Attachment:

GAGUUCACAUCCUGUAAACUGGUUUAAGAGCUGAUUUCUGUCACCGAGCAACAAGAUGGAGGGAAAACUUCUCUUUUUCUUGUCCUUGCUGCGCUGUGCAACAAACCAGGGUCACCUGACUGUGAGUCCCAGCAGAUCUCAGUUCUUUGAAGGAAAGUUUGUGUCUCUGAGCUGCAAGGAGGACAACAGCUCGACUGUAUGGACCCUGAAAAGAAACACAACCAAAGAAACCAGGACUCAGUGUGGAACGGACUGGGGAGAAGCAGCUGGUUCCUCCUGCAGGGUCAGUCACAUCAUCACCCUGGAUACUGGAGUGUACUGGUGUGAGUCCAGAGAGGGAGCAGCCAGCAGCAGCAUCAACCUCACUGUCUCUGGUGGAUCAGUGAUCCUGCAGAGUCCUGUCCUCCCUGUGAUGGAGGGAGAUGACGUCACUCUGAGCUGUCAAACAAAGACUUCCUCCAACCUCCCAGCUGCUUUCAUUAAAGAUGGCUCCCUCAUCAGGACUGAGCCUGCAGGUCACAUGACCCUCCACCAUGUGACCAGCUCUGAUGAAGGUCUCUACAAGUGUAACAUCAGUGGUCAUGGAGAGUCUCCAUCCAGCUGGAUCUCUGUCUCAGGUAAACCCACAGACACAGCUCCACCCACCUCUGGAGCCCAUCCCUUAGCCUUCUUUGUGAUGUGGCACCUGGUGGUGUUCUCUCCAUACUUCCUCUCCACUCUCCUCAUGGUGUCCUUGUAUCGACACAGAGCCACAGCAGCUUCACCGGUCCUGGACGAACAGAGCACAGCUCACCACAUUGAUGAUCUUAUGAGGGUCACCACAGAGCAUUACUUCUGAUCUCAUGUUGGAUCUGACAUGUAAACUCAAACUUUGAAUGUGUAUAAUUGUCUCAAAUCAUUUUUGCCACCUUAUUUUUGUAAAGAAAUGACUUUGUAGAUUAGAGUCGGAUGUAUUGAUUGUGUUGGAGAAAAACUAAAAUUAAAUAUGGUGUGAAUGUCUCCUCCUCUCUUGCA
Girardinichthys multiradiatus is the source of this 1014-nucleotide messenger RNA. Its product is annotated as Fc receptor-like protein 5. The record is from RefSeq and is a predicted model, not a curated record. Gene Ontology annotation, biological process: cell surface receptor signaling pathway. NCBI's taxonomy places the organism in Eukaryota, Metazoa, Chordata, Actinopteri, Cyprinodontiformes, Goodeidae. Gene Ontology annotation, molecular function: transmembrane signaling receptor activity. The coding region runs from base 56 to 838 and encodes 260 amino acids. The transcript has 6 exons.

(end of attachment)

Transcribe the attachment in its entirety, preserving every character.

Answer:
GAGUUCACAUCCUGUAAACUGGUUUAAGAGCUGAUUUCUGUCACCGAGCAACAAGAUGGAGGGAAAACUUCUCUUUUUCUUGUCCUUGCUGCGCUGUGCAACAAACCAGGGUCACCUGACUGUGAGUCCCAGCAGAUCUCAGUUCUUUGAAGGAAAGUUUGUGUCUCUGAGCUGCAAGGAGGACAACAGCUCGACUGUAUGGACCCUGAAAAGAAACACAACCAAAGAAACCAGGACUCAGUGUGGAACGGACUGGGGAGAAGCAGCUGGUUCCUCCUGCAGGGUCAGUCACAUCAUCACCCUGGAUACUGGAGUGUACUGGUGUGAGUCCAGAGAGGGAGCAGCCAGCAGCAGCAUCAACCUCACUGUCUCUGGUGGAUCAGUGAUCCUGCAGAGUCCUGUCCUCCCUGUGAUGGAGGGAGAUGACGUCACUCUGAGCUGUCAAACAAAGACUUCCUCCAACCUCCCAGCUGCUUUCAUUAAAGAUGGCUCCCUCAUCAGGACUGAGCCUGCAGGUCACAUGACCCUCCACCAUGUGACCAGCUCUGAUGAAGGUCUCUACAAGUGUAACAUCAGUGGUCAUGGAGAGUCUCCAUCCAGCUGGAUCUCUGUCUCAGGUAAACCCACAGACACAGCUCCACCCACCUCUGGAGCCCAUCCCUUAGCCUUCUUUGUGAUGUGGCACCUGGUGGUGUUCUCUCCAUACUUCCUCUCCACUCUCCUCAUGGUGUCCUUGUAUCGACACAGAGCCACAGCAGCUUCACCGGUCCUGGACGAACAGAGCACAGCUCACCACAUUGAUGAUCUUAUGAGGGUCACCACAGAGCAUUACUUCUGAUCUCAUGUUGGAUCUGACAUGUAAACUCAAACUUUGAAUGUGUAUAAUUGUCUCAAAUCAUUUUUGCCACCUUAUUUUUGUAAAGAAAUGACUUUGUAGAUUAGAGUCGGAUGUAUUGAUUGUGUUGGAGAAAAACUAAAAUUAAAUAUGGUGUGAAUGUCUCCUCCUCUCUUGCA
Girardinichthys multiradiatus is the source of this 1014-nucleotide messenger RNA. Its product is annotated as Fc receptor-like protein 5. The record is from RefSeq and is a predicted model, not a curated record. Gene Ontology annotation, biological process: cell surface receptor signaling pathway. NCBI's taxonomy places the organism in Eukaryota, Metazoa, Chordata, Actinopteri, Cyprinodontiformes, Goodeidae. Gene Ontology annotation, molecular function: transmembrane signaling receptor activity. The coding region runs from base 56 to 838 and encodes 260 amino acids. The transcript has 6 exons.